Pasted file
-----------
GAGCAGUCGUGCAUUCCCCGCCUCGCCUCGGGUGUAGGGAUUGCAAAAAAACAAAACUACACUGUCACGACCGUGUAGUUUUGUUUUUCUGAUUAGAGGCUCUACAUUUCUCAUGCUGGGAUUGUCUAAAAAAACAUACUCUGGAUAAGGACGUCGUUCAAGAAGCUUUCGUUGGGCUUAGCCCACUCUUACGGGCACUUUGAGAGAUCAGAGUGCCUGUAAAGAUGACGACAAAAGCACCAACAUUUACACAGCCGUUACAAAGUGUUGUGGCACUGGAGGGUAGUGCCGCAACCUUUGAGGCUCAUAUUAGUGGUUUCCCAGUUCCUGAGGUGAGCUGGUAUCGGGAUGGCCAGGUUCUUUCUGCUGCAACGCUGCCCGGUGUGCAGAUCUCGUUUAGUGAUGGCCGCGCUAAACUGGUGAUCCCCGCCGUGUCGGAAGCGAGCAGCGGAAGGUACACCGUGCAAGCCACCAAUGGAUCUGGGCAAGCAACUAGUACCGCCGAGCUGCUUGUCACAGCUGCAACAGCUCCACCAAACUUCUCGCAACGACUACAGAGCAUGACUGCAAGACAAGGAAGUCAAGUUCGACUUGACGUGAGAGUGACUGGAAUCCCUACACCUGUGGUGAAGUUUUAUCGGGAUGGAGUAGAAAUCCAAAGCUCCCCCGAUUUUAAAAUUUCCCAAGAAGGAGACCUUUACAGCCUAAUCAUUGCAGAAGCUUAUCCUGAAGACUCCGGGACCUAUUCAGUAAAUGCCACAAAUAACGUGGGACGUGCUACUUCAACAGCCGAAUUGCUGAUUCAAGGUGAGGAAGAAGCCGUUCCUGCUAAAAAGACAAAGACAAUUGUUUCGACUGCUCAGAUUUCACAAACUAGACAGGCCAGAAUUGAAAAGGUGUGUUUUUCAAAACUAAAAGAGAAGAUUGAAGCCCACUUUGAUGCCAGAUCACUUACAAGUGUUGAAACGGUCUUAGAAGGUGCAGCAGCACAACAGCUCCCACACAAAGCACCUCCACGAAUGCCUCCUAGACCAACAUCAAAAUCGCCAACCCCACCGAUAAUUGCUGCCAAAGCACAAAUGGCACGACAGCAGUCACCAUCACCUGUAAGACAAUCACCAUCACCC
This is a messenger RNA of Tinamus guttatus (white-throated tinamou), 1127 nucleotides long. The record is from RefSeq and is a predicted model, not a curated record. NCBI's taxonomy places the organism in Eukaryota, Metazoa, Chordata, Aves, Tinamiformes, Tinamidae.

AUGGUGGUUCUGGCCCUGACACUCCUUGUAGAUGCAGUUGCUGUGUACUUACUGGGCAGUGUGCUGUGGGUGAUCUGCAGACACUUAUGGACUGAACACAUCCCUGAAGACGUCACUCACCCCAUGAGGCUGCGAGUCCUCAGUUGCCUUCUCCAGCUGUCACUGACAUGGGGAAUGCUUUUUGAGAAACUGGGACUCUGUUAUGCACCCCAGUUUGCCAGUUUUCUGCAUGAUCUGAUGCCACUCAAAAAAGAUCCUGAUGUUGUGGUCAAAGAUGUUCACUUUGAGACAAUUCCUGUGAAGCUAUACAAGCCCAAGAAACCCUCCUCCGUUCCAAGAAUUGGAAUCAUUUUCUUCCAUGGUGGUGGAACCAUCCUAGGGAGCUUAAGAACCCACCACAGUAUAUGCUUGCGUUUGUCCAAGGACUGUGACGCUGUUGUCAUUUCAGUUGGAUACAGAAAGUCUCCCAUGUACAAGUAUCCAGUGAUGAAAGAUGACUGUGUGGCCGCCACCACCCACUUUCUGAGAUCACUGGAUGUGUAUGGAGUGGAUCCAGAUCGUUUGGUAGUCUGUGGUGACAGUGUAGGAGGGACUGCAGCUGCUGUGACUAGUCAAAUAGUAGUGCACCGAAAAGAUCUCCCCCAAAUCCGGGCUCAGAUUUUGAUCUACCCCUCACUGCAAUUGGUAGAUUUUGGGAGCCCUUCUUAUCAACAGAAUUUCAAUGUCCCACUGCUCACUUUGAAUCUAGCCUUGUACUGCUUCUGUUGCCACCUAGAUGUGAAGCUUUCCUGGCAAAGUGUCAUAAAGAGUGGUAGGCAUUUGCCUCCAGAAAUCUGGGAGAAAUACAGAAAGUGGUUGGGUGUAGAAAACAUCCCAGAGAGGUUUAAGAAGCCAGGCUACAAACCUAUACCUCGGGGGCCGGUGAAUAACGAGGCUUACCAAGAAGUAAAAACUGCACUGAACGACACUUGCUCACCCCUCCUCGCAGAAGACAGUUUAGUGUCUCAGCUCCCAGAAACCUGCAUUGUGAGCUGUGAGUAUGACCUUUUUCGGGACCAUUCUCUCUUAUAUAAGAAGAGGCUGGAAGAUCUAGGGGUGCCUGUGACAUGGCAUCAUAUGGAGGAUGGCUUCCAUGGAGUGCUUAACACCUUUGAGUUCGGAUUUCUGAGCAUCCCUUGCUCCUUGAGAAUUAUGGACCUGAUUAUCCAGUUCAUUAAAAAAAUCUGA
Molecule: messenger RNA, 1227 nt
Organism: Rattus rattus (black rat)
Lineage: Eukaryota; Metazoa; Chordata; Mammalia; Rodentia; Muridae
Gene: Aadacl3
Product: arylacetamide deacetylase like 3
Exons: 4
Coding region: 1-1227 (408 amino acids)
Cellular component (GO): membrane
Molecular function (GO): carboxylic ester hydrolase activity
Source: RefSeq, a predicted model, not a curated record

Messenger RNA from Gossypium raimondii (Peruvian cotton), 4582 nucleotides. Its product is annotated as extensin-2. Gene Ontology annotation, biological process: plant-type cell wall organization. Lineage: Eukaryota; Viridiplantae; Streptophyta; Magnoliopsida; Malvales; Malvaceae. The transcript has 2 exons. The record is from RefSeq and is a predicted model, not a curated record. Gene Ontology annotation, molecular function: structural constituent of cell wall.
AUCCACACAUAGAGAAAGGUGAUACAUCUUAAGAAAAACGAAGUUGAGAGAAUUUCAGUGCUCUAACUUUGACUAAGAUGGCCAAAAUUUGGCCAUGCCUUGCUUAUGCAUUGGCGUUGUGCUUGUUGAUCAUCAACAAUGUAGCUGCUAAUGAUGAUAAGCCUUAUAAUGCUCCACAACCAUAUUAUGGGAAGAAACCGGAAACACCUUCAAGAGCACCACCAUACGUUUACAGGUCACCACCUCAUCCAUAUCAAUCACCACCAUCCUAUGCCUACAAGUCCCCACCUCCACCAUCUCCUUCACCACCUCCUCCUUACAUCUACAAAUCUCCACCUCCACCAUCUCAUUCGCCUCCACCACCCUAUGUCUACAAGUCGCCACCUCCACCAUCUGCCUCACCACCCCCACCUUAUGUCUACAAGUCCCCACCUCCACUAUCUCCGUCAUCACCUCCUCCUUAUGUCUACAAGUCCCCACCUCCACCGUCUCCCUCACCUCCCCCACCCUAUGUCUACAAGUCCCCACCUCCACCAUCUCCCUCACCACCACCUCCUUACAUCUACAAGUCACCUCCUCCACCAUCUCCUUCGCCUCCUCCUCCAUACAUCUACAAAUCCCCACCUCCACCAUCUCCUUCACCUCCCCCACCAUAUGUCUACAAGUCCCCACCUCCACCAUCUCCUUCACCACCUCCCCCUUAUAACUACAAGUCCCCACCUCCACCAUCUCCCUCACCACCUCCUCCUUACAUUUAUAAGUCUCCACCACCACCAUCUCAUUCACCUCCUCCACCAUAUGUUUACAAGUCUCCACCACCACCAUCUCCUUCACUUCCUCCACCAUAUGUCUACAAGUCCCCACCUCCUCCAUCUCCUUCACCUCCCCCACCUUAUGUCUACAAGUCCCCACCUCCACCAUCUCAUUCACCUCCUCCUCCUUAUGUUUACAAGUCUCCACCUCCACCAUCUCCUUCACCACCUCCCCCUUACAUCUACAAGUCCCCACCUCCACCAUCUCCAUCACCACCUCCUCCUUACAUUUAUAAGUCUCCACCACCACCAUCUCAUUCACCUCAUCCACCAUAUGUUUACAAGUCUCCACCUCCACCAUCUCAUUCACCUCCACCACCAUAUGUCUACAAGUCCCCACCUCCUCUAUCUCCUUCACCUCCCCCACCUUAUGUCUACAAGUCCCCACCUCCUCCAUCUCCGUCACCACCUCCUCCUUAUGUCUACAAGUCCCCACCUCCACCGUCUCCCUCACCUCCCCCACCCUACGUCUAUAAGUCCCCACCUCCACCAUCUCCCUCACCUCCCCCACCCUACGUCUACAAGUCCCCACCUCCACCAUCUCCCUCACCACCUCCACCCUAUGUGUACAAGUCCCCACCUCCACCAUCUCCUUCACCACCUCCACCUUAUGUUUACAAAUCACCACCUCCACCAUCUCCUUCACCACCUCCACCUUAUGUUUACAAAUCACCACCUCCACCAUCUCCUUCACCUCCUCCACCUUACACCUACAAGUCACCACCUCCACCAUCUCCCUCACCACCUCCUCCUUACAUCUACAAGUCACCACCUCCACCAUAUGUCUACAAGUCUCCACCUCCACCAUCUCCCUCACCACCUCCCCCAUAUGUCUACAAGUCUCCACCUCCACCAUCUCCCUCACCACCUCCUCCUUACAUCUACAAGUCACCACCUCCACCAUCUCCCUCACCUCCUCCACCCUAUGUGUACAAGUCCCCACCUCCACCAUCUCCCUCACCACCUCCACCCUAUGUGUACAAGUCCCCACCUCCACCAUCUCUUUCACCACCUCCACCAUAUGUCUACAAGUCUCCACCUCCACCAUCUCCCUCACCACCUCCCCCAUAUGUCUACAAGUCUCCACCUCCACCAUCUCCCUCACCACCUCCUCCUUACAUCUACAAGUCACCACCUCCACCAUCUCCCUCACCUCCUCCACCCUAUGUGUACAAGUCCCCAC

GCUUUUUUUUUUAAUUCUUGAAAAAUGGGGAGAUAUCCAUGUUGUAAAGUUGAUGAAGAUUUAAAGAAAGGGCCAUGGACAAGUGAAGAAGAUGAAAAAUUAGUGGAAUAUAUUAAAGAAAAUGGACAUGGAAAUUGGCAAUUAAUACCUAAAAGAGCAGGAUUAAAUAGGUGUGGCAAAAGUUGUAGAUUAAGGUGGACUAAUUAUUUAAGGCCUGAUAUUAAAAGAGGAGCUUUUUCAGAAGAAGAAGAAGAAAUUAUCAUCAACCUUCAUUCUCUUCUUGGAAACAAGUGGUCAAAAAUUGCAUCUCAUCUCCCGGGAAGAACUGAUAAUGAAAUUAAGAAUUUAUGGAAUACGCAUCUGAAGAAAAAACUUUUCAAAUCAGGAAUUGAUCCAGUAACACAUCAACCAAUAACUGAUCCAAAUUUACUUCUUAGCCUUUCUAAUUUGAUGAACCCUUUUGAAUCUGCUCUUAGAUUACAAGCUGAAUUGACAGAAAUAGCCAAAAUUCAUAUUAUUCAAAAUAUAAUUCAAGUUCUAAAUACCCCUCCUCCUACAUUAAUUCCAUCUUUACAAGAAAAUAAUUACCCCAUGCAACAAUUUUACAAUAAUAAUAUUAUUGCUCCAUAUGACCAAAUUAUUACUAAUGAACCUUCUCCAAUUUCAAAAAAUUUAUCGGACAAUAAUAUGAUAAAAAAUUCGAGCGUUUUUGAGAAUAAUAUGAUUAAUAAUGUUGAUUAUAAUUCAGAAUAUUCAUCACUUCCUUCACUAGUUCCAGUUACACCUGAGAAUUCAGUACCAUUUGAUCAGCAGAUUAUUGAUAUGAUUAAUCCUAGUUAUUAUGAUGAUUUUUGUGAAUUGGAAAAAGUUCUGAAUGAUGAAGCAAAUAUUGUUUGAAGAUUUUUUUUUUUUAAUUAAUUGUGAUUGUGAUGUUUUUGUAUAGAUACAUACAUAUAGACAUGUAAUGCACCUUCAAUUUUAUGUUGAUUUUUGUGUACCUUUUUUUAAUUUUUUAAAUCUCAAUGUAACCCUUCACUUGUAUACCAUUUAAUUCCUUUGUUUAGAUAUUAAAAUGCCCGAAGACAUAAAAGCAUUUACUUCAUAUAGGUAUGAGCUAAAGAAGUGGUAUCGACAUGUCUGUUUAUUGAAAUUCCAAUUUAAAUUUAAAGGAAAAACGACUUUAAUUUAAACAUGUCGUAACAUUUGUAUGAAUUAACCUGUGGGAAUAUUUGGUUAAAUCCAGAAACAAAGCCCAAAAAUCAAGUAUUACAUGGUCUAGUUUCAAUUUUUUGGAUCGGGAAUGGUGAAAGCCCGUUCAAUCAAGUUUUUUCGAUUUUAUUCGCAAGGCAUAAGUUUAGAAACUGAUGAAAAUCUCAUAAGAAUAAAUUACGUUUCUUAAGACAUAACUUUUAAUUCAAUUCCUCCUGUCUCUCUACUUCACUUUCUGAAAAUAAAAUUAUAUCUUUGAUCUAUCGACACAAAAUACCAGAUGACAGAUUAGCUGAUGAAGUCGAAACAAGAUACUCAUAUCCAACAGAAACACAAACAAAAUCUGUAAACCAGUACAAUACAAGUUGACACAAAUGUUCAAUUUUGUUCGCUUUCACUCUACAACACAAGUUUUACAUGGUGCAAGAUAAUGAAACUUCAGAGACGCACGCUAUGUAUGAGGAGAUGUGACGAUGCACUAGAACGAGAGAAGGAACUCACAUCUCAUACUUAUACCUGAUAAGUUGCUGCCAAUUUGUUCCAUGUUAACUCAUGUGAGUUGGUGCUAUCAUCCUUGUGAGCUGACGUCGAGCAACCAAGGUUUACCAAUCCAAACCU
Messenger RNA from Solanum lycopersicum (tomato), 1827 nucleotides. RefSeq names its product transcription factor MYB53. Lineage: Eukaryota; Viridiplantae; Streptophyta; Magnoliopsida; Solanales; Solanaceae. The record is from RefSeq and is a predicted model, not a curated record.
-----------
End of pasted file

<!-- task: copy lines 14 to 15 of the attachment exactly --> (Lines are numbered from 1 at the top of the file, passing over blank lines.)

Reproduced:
Messenger RNA from Gossypium raimondii (Peruvian cotton), 4582 nucleotides. Its product is annotated as extensin-2. Gene Ontology annotation, biological process: plant-type cell wall organization. Lineage: Eukaryota; Viridiplantae; Streptophyta; Magnoliopsida; Malvales; Malvaceae. The transcript has 2 exons. The record is from RefSeq and is a predicted model, not a curated record. Gene Ontology annotation, molecular function: structural constituent of cell wall.
AUCCACACAUAGAGAAAGGUGAUACAUCUUAAGAAAAACGAAGUUGAGAGAAUUUCAGUGCUCUAACUUUGACUAAGAUGGCCAAAAUUUGGCCAUGCCUUGCUUAUGCAUUGGCGUUGUGCUUGUUGAUCAUCAACAAUGUAGCUGCUAAUGAUGAUAAGCCUUAUAAUGCUCCACAACCAUAUUAUGGGAAGAAACCGGAAACACCUUCAAGAGCACCACCAUACGUUUACAGGUCACCACCUCAUCCAUAUCAAUCACCACCAUCCUAUGCCUACAAGUCCCCACCUCCACCAUCUCCUUCACCACCUCCUCCUUACAUCUACAAAUCUCCACCUCCACCAUCUCAUUCGCCUCCACCACCCUAUGUCUACAAGUCGCCACCUCCACCAUCUGCCUCACCACCCCCACCUUAUGUCUACAAGUCCCCACCUCCACUAUCUCCGUCAUCACCUCCUCCUUAUGUCUACAAGUCCCCACCUCCACCGUCUCCCUCACCUCCCCCACCCUAUGUCUACAAGUCCCCACCUCCACCAUCUCCCUCACCACCACCUCCUUACAUCUACAAGUCACCUCCUCCACCAUCUCCUUCGCCUCCUCCUCCAUACAUCUACAAAUCCCCACCUCCACCAUCUCCUUCACCUCCCCCACCAUAUGUCUACAAGUCCCCACCUCCACCAUCUCCUUCACCACCUCCCCCUUAUAACUACAAGUCCCCACCUCCACCAUCUCCCUCACCACCUCCUCCUUACAUUUAUAAGUCUCCACCACCACCAUCUCAUUCACCUCCUCCACCAUAUGUUUACAAGUCUCCACCACCACCAUCUCCUUCACUUCCUCCACCAUAUGUCUACAAGUCCCCACCUCCUCCAUCUCCUUCACCUCCCCCACCUUAUGUCUACAAGUCCCCACCUCCACCAUCUCAUUCACCUCCUCCUCCUUAUGUUUACAAGUCUCCACCUCCACCAUCUCCUUCACCACCUCCCCCUUACAUCUACAAGUCCCCACCUCCACCAUCUCCAUCACCACCUCCUCCUUACAUUUAUAAGUCUCCACCACCACCAUCUCAUUCACCUCAUCCACCAUAUGUUUACAAGUCUCCACCUCCACCAUCUCAUUCACCUCCACCACCAUAUGUCUACAAGUCCCCACCUCCUCUAUCUCCUUCACCUCCCCCACCUUAUGUCUACAAGUCCCCACCUCCUCCAUCUCCGUCACCACCUCCUCCUUAUGUCUACAAGUCCCCACCUCCACCGUCUCCCUCACCUCCCCCACCCUACGUCUAUAAGUCCCCACCUCCACCAUCUCCCUCACCUCCCCCACCCUACGUCUACAAGUCCCCACCUCCACCAUCUCCCUCACCACCUCCACCCUAUGUGUACAAGUCCCCACCUCCACCAUCUCCUUCACCACCUCCACCUUAUGUUUACAAAUCACCACCUCCACCAUCUCCUUCACCACCUCCACCUUAUGUUUACAAAUCACCACCUCCACCAUCUCCUUCACCUCCUCCACCUUACACCUACAAGUCACCACCUCCACCAUCUCCCUCACCACCUCCUCCUUACAUCUACAAGUCACCACCUCCACCAUAUGUCUACAAGUCUCCACCUCCACCAUCUCCCUCACCACCUCCCCCAUAUGUCUACAAGUCUCCACCUCCACCAUCUCCCUCACCACCUCCUCCUUACAUCUACAAGUCACCACCUCCACCAUCUCCCUCACCUCCUCCACCCUAUGUGUACAAGUCCCCACCUCCACCAUCUCCCUCACCACCUCCACCCUAUGUGUACAAGUCCCCACCUCCACCAUCUCUUUCACCACCUCCACCAUAUGUCUACAAGUCUCCACCUCCACCAUCUCCCUCACCACCUCCCCCAUAUGUCUACAAGUCUCCACCUCCACCAUCUCCCUCACCACCUCCUCCUUACAUCUACAAGUCACCACCUCCACCAUCUCCCUCACCUCCUCCACCCUAUGUGUACAAGUCCCCAC